Hunting and Fishing News & Blog Articles
How to Hunt Late-Season Mallards In Fields vs. Water
As duck season gets deeper into January, you have to change the way you hunt mallards. (Joe Genzel/)
Years ago, I was in Arkansas spring snow goose hunting, and it was damn miserable, as snow goose hunting tends to be. After a sufficient amount of suffering, a friend with a private timber hole suggested that we take the morning off, and motor out to the flooded oaks to watch the remaining mallards flutter through the canopy of budding tree limbs.
Many of us had never been to such a heavenly place where wood ducks masterfully weaved in and out of the trees in the darkness, hitting high-pitched squeals that reverberated amongst the hardwoods. Then mallards lit all around us, so close you could hear each individual wingbeat. It was magnificent; made even more so, because we didn’t have shotguns in our hands as the season had long been out. I was hooked.
Every season since we’ve swapped hunts with our old Arkansas buddies. They always wanted to field hunt and I always want to get back into that magical timber.
Whether you’re in flooded timber or a frozen corn field, chasing late-season mallards requires a special set of tactics. And over the years, we’ve developed some rules to live by. They are not all hard and fast, but most will put a few birds on your strap as long as the refuge is full of greenheads.
Don’t burn your duck hole by over-hunting it. (Joe Genzel/)
There isn’t a single simple way to shoot puddle ducks every morning, but there are definitely some ways to experience more success: It takes hard work or a bit of money (as in joining a duck club).
I’ll presume you are like most of us and have to hunt public land or you have one or two private spots, thanks to an offseason spent door-knocking. The No. 1 rule is don’t burn your duck hole. There’s nothing you can do about that on public, but if you have a private piece, watch the weather each week and pick the two days (cold, wind and sunshine; rain is good too with a little wind) when the birds will be most vulnerable. Don’t go out there when its 65 degrees and calm, which does happen even in January nowadays. And don’t hunt it more than two days in a row. A single duck hole cannot take a ton of pressure. You have to hunt the best weather days—period.
When it comes to decoys, there are all kinds of options depending on the setting. We hunt the river here in Illinois and battle 20 to 25 other groups of hunters, so the entire rig goes in the boat (around 500 mallard, diver, and goose floaters). We use multiple species of decoys, because you can shoot just about any kind of diver or puddle duck. On bigger water it can be important to keep decoys tight to the boat/blind. Ducks always seem to want to land on the outside edge no matter how many pockets we leave for them to land on in the interior of the spread.
Motion decoys aren’t that beneficial on big water, especially when the wind is blowing hard. The chop in the river moves the decoys plenty and can almost hide spinners. On days when the wind is over 10 mph, we like to put out snow goose floaters and magnum drake canvasback decoys. If the sun is out and the wind is brisk, it sets our spread apart from the competition. All that white bobbing up and down in the water makes any species of duck curios.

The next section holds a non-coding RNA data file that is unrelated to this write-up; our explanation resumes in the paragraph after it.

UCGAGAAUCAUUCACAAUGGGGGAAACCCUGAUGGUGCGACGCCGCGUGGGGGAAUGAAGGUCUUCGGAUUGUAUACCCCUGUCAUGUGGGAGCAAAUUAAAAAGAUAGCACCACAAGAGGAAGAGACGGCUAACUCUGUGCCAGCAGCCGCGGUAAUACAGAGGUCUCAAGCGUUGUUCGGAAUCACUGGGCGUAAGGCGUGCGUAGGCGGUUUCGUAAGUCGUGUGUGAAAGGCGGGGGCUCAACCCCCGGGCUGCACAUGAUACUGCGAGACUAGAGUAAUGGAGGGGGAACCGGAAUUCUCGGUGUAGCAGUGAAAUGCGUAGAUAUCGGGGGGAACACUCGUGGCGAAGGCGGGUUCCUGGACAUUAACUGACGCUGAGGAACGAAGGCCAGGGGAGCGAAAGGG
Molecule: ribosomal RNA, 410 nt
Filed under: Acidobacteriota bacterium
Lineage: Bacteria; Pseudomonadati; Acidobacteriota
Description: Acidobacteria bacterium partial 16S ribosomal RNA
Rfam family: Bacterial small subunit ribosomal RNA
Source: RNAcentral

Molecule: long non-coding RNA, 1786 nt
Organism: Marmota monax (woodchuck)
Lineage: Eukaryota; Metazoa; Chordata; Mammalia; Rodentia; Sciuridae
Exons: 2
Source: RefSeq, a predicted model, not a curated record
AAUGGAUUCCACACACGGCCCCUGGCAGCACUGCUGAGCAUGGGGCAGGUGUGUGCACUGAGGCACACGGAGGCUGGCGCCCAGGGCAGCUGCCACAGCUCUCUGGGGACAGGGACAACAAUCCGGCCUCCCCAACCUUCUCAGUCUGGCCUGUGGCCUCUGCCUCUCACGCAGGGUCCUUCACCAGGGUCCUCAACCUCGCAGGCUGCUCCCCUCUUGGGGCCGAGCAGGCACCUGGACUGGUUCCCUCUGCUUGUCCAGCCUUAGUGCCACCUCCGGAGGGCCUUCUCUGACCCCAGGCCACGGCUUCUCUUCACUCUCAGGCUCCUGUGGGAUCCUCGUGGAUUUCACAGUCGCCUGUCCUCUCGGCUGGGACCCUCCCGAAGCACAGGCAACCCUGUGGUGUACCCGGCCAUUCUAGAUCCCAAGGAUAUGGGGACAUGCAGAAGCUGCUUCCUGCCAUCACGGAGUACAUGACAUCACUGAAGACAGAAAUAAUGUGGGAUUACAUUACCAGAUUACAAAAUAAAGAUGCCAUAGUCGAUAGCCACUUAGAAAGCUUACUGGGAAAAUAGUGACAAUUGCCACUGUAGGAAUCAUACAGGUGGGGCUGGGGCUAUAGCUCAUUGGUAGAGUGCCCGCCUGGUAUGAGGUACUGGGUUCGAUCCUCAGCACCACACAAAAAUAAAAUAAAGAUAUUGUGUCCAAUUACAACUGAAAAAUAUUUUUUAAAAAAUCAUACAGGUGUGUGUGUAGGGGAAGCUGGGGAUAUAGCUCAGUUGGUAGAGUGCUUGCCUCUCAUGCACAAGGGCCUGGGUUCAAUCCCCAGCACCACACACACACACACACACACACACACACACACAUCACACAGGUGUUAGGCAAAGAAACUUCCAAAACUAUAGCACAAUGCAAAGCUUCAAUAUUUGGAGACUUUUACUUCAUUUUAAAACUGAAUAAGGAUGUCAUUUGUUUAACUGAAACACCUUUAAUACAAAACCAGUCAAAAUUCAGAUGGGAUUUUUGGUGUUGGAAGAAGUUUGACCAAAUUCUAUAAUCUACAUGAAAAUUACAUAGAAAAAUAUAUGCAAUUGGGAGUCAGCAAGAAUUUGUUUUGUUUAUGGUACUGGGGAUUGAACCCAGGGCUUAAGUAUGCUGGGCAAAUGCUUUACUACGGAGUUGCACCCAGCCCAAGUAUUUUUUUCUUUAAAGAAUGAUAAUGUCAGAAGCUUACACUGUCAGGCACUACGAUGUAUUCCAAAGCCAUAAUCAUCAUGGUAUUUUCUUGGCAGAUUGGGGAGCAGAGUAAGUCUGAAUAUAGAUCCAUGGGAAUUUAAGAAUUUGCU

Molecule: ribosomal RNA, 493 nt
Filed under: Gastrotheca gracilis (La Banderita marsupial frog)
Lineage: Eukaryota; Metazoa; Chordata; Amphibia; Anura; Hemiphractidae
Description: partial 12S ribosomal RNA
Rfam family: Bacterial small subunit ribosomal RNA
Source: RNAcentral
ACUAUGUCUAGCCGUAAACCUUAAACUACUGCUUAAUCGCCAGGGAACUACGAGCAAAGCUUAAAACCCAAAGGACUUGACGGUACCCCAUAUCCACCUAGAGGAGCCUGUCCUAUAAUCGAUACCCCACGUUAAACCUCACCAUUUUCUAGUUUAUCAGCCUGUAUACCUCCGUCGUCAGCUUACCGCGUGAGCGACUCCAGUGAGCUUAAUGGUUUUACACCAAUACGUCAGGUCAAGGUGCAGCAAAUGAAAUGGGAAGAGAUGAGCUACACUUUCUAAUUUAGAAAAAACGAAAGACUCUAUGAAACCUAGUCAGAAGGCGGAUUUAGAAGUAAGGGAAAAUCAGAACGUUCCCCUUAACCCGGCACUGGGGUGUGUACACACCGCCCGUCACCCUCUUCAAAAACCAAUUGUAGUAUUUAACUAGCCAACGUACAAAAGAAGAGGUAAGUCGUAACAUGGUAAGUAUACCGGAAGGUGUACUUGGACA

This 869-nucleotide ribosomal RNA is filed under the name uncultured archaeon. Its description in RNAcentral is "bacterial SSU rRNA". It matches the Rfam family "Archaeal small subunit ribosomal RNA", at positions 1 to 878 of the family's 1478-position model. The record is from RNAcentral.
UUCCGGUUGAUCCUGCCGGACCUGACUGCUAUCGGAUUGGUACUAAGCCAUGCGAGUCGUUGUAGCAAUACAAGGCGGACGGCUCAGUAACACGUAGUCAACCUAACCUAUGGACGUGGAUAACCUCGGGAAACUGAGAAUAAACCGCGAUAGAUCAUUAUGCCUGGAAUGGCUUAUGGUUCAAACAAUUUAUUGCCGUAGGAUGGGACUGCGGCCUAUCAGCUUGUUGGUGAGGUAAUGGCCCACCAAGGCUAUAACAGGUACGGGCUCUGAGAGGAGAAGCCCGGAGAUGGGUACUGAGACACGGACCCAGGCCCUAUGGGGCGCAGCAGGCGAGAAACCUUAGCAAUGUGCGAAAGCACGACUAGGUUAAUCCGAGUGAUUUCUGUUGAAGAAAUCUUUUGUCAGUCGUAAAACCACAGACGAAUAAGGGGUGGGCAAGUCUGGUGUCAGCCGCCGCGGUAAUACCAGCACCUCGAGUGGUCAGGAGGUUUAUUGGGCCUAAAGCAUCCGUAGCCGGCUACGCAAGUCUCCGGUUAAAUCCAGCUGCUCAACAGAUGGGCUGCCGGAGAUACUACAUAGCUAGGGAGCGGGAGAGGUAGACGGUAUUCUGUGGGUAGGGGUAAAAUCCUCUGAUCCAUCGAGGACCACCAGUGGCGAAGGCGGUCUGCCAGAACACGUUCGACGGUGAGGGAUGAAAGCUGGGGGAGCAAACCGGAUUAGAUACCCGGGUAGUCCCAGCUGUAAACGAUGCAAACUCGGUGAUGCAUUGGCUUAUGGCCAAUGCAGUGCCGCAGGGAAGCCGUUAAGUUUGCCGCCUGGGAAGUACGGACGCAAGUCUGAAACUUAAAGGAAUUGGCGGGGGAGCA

Calling is fast, loud and aggressive. Get as many callers as you can, and feed off each other. But don’t make it a calling contest. One hunter should be the leader and the rest follow along. And don’t just call when you see birds coming. Late-season ducks get conditioned to being called at when they get close to a brush pile and a huge rig of decoys. Sometimes you can just blow locator calls, which is to let ducks know you’re around. Maybe that sounds ridiculous, but I’ve been in blinds where seasoned hunters just start wailing away even though they don’t see ducks. My question has always been why? Their answer: “you never know if there are ducks around that you can’t see, and you can’t kill ducks you don’t call to.”
Try and use the most realistic mallards decoys you have late in the season to put more ducks on the strap. (Joe Genzel/)
Flooded corn and moist soil units make for a more intimate setting. In small duck holes later in the season, try and use the most realistic decoys you can afford, and make sure you do not use mallards only. Throw some pintail or gadwall or four redheads in there, something to make it different from everyone else. Most hunters are going to pair greenheads up with hen mallards because that mimics the paring bonds birds undergo during this time of year. But if all your neighbors are doing that, the birds are going to get conditioned to that kind of spread. So intersperse some other ducks and make it look natural. Ducks like to feed on the edges in shallow water, so mimic that with a few birds in the kill hole too.
Motion decoys are a little tricky later in the year. At the start of the season, you can turn them on and let’em rip. Now you need to read the birds more carefully. If they flare hard, turn it off, or move it into the flooded cornstalks or brush so birds are only getting flashes of the wings. Make sure you buy a spinner with a remote so that you can run it during the most opportune times. Some ducks will like the intermittent “flare” of a spinner rather than the constant motion they have seen for months on end. Also, try floating on-water motion decoys. Butt-up feeders and spinners that kick up water can give you an edge over other hunters still running two Mojo mallards and a blob of decoys.